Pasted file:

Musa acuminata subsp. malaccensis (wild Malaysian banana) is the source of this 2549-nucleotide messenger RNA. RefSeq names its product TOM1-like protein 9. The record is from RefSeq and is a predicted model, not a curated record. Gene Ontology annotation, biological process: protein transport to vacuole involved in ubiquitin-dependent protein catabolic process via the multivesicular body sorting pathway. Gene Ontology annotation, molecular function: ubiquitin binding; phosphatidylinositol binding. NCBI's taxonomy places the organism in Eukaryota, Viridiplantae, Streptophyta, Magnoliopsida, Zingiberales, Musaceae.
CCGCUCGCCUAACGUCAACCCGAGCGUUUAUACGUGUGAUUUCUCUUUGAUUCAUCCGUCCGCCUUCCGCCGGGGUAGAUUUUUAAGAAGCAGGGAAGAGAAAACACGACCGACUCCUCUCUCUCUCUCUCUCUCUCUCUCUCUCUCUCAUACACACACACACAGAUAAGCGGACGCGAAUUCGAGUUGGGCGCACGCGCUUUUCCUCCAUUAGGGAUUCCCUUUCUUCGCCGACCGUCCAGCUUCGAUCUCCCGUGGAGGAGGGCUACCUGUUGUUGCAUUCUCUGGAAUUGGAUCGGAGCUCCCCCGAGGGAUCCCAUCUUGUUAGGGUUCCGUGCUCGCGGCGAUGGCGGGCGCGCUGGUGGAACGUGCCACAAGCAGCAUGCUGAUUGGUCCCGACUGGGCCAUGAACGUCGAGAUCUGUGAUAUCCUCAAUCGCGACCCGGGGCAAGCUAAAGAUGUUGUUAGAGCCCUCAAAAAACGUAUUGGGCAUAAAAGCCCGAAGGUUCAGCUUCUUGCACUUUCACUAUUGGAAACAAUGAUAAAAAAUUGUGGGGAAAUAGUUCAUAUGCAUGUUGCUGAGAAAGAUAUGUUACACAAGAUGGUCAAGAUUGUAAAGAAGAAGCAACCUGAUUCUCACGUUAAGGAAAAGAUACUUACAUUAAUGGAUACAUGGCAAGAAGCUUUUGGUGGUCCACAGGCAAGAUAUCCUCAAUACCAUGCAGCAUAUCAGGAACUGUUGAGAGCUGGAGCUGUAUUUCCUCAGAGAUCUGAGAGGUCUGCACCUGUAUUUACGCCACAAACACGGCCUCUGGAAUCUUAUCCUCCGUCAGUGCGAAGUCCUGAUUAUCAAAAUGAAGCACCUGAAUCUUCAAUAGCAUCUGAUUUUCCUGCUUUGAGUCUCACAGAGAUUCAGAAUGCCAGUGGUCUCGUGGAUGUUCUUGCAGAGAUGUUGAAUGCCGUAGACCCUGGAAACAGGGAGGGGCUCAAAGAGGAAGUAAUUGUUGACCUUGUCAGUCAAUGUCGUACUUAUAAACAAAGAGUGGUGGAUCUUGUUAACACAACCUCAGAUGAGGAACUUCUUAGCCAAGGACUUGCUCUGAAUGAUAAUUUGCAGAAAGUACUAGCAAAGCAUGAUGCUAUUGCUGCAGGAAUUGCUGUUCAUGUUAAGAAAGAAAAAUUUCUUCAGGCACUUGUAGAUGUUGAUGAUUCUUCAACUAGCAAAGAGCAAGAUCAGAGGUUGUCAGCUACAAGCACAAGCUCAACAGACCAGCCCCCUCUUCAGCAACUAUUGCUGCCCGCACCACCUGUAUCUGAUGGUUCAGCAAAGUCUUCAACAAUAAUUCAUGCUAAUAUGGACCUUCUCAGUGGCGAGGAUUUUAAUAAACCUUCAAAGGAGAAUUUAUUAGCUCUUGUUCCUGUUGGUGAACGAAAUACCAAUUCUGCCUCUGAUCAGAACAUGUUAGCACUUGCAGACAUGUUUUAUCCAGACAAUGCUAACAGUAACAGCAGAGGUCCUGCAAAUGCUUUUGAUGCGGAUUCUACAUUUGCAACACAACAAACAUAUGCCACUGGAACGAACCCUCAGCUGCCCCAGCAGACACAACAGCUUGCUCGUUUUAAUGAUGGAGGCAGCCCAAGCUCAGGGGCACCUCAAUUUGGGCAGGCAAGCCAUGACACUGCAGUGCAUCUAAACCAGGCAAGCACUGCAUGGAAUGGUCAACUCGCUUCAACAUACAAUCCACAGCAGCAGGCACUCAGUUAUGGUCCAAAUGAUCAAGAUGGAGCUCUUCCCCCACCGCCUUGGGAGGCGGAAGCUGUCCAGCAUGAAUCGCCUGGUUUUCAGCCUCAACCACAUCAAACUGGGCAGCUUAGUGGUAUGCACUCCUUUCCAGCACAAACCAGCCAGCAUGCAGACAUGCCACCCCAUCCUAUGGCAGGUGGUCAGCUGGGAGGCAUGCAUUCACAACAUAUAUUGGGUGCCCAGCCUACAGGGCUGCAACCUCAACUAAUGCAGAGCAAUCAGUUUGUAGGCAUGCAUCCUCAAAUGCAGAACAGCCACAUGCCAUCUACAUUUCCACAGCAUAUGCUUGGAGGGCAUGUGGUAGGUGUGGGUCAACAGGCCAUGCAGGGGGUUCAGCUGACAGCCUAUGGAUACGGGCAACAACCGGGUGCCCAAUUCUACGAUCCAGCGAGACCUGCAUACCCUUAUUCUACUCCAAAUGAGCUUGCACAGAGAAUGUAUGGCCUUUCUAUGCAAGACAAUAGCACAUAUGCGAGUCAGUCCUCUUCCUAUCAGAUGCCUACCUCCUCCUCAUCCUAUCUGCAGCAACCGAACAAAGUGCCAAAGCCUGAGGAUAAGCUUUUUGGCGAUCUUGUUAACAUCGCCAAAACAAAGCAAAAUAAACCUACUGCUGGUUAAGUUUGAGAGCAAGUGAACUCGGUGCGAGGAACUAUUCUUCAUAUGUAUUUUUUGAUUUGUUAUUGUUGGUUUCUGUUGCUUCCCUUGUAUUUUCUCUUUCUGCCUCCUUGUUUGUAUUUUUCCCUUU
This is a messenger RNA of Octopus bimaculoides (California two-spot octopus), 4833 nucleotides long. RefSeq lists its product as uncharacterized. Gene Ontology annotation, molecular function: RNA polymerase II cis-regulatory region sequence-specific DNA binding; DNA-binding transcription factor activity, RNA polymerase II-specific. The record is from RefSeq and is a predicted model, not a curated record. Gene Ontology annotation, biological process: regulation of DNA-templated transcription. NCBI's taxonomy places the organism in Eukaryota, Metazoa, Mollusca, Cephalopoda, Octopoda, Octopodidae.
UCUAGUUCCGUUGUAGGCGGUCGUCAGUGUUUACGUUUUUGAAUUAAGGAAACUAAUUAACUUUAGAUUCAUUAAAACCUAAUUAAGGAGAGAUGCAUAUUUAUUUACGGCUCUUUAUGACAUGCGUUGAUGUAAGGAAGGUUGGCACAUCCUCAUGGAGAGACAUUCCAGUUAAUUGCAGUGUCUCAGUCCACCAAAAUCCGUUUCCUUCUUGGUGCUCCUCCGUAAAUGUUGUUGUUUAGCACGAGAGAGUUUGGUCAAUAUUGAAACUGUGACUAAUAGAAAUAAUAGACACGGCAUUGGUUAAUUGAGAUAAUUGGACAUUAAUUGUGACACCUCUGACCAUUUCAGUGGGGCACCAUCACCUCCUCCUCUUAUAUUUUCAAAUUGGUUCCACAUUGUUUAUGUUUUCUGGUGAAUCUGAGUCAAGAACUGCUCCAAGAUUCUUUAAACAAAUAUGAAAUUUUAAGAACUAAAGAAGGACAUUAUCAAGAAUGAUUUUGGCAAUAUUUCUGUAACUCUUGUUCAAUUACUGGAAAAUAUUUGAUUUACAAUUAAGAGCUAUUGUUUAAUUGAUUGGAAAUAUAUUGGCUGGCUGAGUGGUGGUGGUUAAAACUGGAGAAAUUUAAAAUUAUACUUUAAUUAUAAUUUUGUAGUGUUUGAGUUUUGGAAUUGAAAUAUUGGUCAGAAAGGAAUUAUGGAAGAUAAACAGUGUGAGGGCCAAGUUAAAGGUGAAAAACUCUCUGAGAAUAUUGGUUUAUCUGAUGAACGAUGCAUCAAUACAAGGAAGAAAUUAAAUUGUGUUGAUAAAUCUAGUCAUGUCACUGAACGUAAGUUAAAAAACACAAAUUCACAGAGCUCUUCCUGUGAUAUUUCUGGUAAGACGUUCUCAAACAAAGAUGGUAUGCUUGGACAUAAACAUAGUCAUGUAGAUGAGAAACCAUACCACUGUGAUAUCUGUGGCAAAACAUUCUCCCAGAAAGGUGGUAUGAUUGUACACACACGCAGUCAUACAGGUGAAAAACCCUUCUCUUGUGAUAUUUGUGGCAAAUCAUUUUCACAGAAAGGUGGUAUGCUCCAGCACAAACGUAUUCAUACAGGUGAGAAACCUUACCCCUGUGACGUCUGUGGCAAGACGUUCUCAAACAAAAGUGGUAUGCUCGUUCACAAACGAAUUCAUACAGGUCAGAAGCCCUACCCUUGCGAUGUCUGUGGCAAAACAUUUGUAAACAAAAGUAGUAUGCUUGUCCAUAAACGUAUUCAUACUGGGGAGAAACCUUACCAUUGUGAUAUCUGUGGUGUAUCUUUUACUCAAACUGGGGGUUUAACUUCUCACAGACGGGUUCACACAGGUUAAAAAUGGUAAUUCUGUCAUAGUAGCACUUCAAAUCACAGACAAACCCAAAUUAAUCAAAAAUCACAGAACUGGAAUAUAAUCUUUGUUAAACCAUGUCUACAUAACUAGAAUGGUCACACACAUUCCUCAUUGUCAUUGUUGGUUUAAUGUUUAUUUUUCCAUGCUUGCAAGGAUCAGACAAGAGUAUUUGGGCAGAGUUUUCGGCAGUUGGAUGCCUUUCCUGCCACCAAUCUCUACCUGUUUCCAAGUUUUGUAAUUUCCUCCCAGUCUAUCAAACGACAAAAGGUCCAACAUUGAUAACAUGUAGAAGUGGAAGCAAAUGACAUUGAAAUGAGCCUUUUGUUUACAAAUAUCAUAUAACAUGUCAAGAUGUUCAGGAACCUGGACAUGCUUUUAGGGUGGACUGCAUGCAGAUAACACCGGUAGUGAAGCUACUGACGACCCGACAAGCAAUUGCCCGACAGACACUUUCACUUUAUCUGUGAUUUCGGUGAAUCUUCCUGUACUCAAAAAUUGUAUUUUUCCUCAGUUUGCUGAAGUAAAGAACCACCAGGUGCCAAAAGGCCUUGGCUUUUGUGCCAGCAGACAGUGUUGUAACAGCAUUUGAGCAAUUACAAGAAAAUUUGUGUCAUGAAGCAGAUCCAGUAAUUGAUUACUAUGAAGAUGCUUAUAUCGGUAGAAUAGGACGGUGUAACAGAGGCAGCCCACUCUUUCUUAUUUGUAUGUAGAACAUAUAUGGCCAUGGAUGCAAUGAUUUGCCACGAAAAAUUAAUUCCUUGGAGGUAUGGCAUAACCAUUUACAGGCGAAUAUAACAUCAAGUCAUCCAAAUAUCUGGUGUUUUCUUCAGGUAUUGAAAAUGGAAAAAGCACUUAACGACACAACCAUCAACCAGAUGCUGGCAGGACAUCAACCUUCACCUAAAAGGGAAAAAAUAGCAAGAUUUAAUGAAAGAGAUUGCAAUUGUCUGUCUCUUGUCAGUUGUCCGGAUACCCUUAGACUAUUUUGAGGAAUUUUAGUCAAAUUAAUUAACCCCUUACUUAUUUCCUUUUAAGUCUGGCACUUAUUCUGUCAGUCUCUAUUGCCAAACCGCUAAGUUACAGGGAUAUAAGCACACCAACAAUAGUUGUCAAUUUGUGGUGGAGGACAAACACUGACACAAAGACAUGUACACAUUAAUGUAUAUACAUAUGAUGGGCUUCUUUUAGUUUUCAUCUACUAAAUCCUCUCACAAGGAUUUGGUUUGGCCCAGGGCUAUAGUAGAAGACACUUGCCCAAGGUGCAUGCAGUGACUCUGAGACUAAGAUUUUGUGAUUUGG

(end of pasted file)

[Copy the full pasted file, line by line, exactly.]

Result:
Musa acuminata subsp. malaccensis (wild Malaysian banana) is the source of this 2549-nucleotide messenger RNA. RefSeq names its product TOM1-like protein 9. The record is from RefSeq and is a predicted model, not a curated record. Gene Ontology annotation, biological process: protein transport to vacuole involved in ubiquitin-dependent protein catabolic process via the multivesicular body sorting pathway. Gene Ontology annotation, molecular function: ubiquitin binding; phosphatidylinositol binding. NCBI's taxonomy places the organism in Eukaryota, Viridiplantae, Streptophyta, Magnoliopsida, Zingiberales, Musaceae.
CCGCUCGCCUAACGUCAACCCGAGCGUUUAUACGUGUGAUUUCUCUUUGAUUCAUCCGUCCGCCUUCCGCCGGGGUAGAUUUUUAAGAAGCAGGGAAGAGAAAACACGACCGACUCCUCUCUCUCUCUCUCUCUCUCUCUCUCUCUCUCAUACACACACACACAGAUAAGCGGACGCGAAUUCGAGUUGGGCGCACGCGCUUUUCCUCCAUUAGGGAUUCCCUUUCUUCGCCGACCGUCCAGCUUCGAUCUCCCGUGGAGGAGGGCUACCUGUUGUUGCAUUCUCUGGAAUUGGAUCGGAGCUCCCCCGAGGGAUCCCAUCUUGUUAGGGUUCCGUGCUCGCGGCGAUGGCGGGCGCGCUGGUGGAACGUGCCACAAGCAGCAUGCUGAUUGGUCCCGACUGGGCCAUGAACGUCGAGAUCUGUGAUAUCCUCAAUCGCGACCCGGGGCAAGCUAAAGAUGUUGUUAGAGCCCUCAAAAAACGUAUUGGGCAUAAAAGCCCGAAGGUUCAGCUUCUUGCACUUUCACUAUUGGAAACAAUGAUAAAAAAUUGUGGGGAAAUAGUUCAUAUGCAUGUUGCUGAGAAAGAUAUGUUACACAAGAUGGUCAAGAUUGUAAAGAAGAAGCAACCUGAUUCUCACGUUAAGGAAAAGAUACUUACAUUAAUGGAUACAUGGCAAGAAGCUUUUGGUGGUCCACAGGCAAGAUAUCCUCAAUACCAUGCAGCAUAUCAGGAACUGUUGAGAGCUGGAGCUGUAUUUCCUCAGAGAUCUGAGAGGUCUGCACCUGUAUUUACGCCACAAACACGGCCUCUGGAAUCUUAUCCUCCGUCAGUGCGAAGUCCUGAUUAUCAAAAUGAAGCACCUGAAUCUUCAAUAGCAUCUGAUUUUCCUGCUUUGAGUCUCACAGAGAUUCAGAAUGCCAGUGGUCUCGUGGAUGUUCUUGCAGAGAUGUUGAAUGCCGUAGACCCUGGAAACAGGGAGGGGCUCAAAGAGGAAGUAAUUGUUGACCUUGUCAGUCAAUGUCGUACUUAUAAACAAAGAGUGGUGGAUCUUGUUAACACAACCUCAGAUGAGGAACUUCUUAGCCAAGGACUUGCUCUGAAUGAUAAUUUGCAGAAAGUACUAGCAAAGCAUGAUGCUAUUGCUGCAGGAAUUGCUGUUCAUGUUAAGAAAGAAAAAUUUCUUCAGGCACUUGUAGAUGUUGAUGAUUCUUCAACUAGCAAAGAGCAAGAUCAGAGGUUGUCAGCUACAAGCACAAGCUCAACAGACCAGCCCCCUCUUCAGCAACUAUUGCUGCCCGCACCACCUGUAUCUGAUGGUUCAGCAAAGUCUUCAACAAUAAUUCAUGCUAAUAUGGACCUUCUCAGUGGCGAGGAUUUUAAUAAACCUUCAAAGGAGAAUUUAUUAGCUCUUGUUCCUGUUGGUGAACGAAAUACCAAUUCUGCCUCUGAUCAGAACAUGUUAGCACUUGCAGACAUGUUUUAUCCAGACAAUGCUAACAGUAACAGCAGAGGUCCUGCAAAUGCUUUUGAUGCGGAUUCUACAUUUGCAACACAACAAACAUAUGCCACUGGAACGAACCCUCAGCUGCCCCAGCAGACACAACAGCUUGCUCGUUUUAAUGAUGGAGGCAGCCCAAGCUCAGGGGCACCUCAAUUUGGGCAGGCAAGCCAUGACACUGCAGUGCAUCUAAACCAGGCAAGCACUGCAUGGAAUGGUCAACUCGCUUCAACAUACAAUCCACAGCAGCAGGCACUCAGUUAUGGUCCAAAUGAUCAAGAUGGAGCUCUUCCCCCACCGCCUUGGGAGGCGGAAGCUGUCCAGCAUGAAUCGCCUGGUUUUCAGCCUCAACCACAUCAAACUGGGCAGCUUAGUGGUAUGCACUCCUUUCCAGCACAAACCAGCCAGCAUGCAGACAUGCCACCCCAUCCUAUGGCAGGUGGUCAGCUGGGAGGCAUGCAUUCACAACAUAUAUUGGGUGCCCAGCCUACAGGGCUGCAACCUCAACUAAUGCAGAGCAAUCAGUUUGUAGGCAUGCAUCCUCAAAUGCAGAACAGCCACAUGCCAUCUACAUUUCCACAGCAUAUGCUUGGAGGGCAUGUGGUAGGUGUGGGUCAACAGGCCAUGCAGGGGGUUCAGCUGACAGCCUAUGGAUACGGGCAACAACCGGGUGCCCAAUUCUACGAUCCAGCGAGACCUGCAUACCCUUAUUCUACUCCAAAUGAGCUUGCACAGAGAAUGUAUGGCCUUUCUAUGCAAGACAAUAGCACAUAUGCGAGUCAGUCCUCUUCCUAUCAGAUGCCUACCUCCUCCUCAUCCUAUCUGCAGCAACCGAACAAAGUGCCAAAGCCUGAGGAUAAGCUUUUUGGCGAUCUUGUUAACAUCGCCAAAACAAAGCAAAAUAAACCUACUGCUGGUUAAGUUUGAGAGCAAGUGAACUCGGUGCGAGGAACUAUUCUUCAUAUGUAUUUUUUGAUUUGUUAUUGUUGGUUUCUGUUGCUUCCCUUGUAUUUUCUCUUUCUGCCUCCUUGUUUGUAUUUUUCCCUUU
This is a messenger RNA of Octopus bimaculoides (California two-spot octopus), 4833 nucleotides long. RefSeq lists its product as uncharacterized. Gene Ontology annotation, molecular function: RNA polymerase II cis-regulatory region sequence-specific DNA binding; DNA-binding transcription factor activity, RNA polymerase II-specific. The record is from RefSeq and is a predicted model, not a curated record. Gene Ontology annotation, biological process: regulation of DNA-templated transcription. NCBI's taxonomy places the organism in Eukaryota, Metazoa, Mollusca, Cephalopoda, Octopoda, Octopodidae.
UCUAGUUCCGUUGUAGGCGGUCGUCAGUGUUUACGUUUUUGAAUUAAGGAAACUAAUUAACUUUAGAUUCAUUAAAACCUAAUUAAGGAGAGAUGCAUAUUUAUUUACGGCUCUUUAUGACAUGCGUUGAUGUAAGGAAGGUUGGCACAUCCUCAUGGAGAGACAUUCCAGUUAAUUGCAGUGUCUCAGUCCACCAAAAUCCGUUUCCUUCUUGGUGCUCCUCCGUAAAUGUUGUUGUUUAGCACGAGAGAGUUUGGUCAAUAUUGAAACUGUGACUAAUAGAAAUAAUAGACACGGCAUUGGUUAAUUGAGAUAAUUGGACAUUAAUUGUGACACCUCUGACCAUUUCAGUGGGGCACCAUCACCUCCUCCUCUUAUAUUUUCAAAUUGGUUCCACAUUGUUUAUGUUUUCUGGUGAAUCUGAGUCAAGAACUGCUCCAAGAUUCUUUAAACAAAUAUGAAAUUUUAAGAACUAAAGAAGGACAUUAUCAAGAAUGAUUUUGGCAAUAUUUCUGUAACUCUUGUUCAAUUACUGGAAAAUAUUUGAUUUACAAUUAAGAGCUAUUGUUUAAUUGAUUGGAAAUAUAUUGGCUGGCUGAGUGGUGGUGGUUAAAACUGGAGAAAUUUAAAAUUAUACUUUAAUUAUAAUUUUGUAGUGUUUGAGUUUUGGAAUUGAAAUAUUGGUCAGAAAGGAAUUAUGGAAGAUAAACAGUGUGAGGGCCAAGUUAAAGGUGAAAAACUCUCUGAGAAUAUUGGUUUAUCUGAUGAACGAUGCAUCAAUACAAGGAAGAAAUUAAAUUGUGUUGAUAAAUCUAGUCAUGUCACUGAACGUAAGUUAAAAAACACAAAUUCACAGAGCUCUUCCUGUGAUAUUUCUGGUAAGACGUUCUCAAACAAAGAUGGUAUGCUUGGACAUAAACAUAGUCAUGUAGAUGAGAAACCAUACCACUGUGAUAUCUGUGGCAAAACAUUCUCCCAGAAAGGUGGUAUGAUUGUACACACACGCAGUCAUACAGGUGAAAAACCCUUCUCUUGUGAUAUUUGUGGCAAAUCAUUUUCACAGAAAGGUGGUAUGCUCCAGCACAAACGUAUUCAUACAGGUGAGAAACCUUACCCCUGUGACGUCUGUGGCAAGACGUUCUCAAACAAAAGUGGUAUGCUCGUUCACAAACGAAUUCAUACAGGUCAGAAGCCCUACCCUUGCGAUGUCUGUGGCAAAACAUUUGUAAACAAAAGUAGUAUGCUUGUCCAUAAACGUAUUCAUACUGGGGAGAAACCUUACCAUUGUGAUAUCUGUGGUGUAUCUUUUACUCAAACUGGGGGUUUAACUUCUCACAGACGGGUUCACACAGGUUAAAAAUGGUAAUUCUGUCAUAGUAGCACUUCAAAUCACAGACAAACCCAAAUUAAUCAAAAAUCACAGAACUGGAAUAUAAUCUUUGUUAAACCAUGUCUACAUAACUAGAAUGGUCACACACAUUCCUCAUUGUCAUUGUUGGUUUAAUGUUUAUUUUUCCAUGCUUGCAAGGAUCAGACAAGAGUAUUUGGGCAGAGUUUUCGGCAGUUGGAUGCCUUUCCUGCCACCAAUCUCUACCUGUUUCCAAGUUUUGUAAUUUCCUCCCAGUCUAUCAAACGACAAAAGGUCCAACAUUGAUAACAUGUAGAAGUGGAAGCAAAUGACAUUGAAAUGAGCCUUUUGUUUACAAAUAUCAUAUAACAUGUCAAGAUGUUCAGGAACCUGGACAUGCUUUUAGGGUGGACUGCAUGCAGAUAACACCGGUAGUGAAGCUACUGACGACCCGACAAGCAAUUGCCCGACAGACACUUUCACUUUAUCUGUGAUUUCGGUGAAUCUUCCUGUACUCAAAAAUUGUAUUUUUCCUCAGUUUGCUGAAGUAAAGAACCACCAGGUGCCAAAAGGCCUUGGCUUUUGUGCCAGCAGACAGUGUUGUAACAGCAUUUGAGCAAUUACAAGAAAAUUUGUGUCAUGAAGCAGAUCCAGUAAUUGAUUACUAUGAAGAUGCUUAUAUCGGUAGAAUAGGACGGUGUAACAGAGGCAGCCCACUCUUUCUUAUUUGUAUGUAGAACAUAUAUGGCCAUGGAUGCAAUGAUUUGCCACGAAAAAUUAAUUCCUUGGAGGUAUGGCAUAACCAUUUACAGGCGAAUAUAACAUCAAGUCAUCCAAAUAUCUGGUGUUUUCUUCAGGUAUUGAAAAUGGAAAAAGCACUUAACGACACAACCAUCAACCAGAUGCUGGCAGGACAUCAACCUUCACCUAAAAGGGAAAAAAUAGCAAGAUUUAAUGAAAGAGAUUGCAAUUGUCUGUCUCUUGUCAGUUGUCCGGAUACCCUUAGACUAUUUUGAGGAAUUUUAGUCAAAUUAAUUAACCCCUUACUUAUUUCCUUUUAAGUCUGGCACUUAUUCUGUCAGUCUCUAUUGCCAAACCGCUAAGUUACAGGGAUAUAAGCACACCAACAAUAGUUGUCAAUUUGUGGUGGAGGACAAACACUGACACAAAGACAUGUACACAUUAAUGUAUAUACAUAUGAUGGGCUUCUUUUAGUUUUCAUCUACUAAAUCCUCUCACAAGGAUUUGGUUUGGCCCAGGGCUAUAGUAGAAGACACUUGCCCAAGGUGCAUGCAGUGACUCUGAGACUAAGAUUUUGUGAUUUGG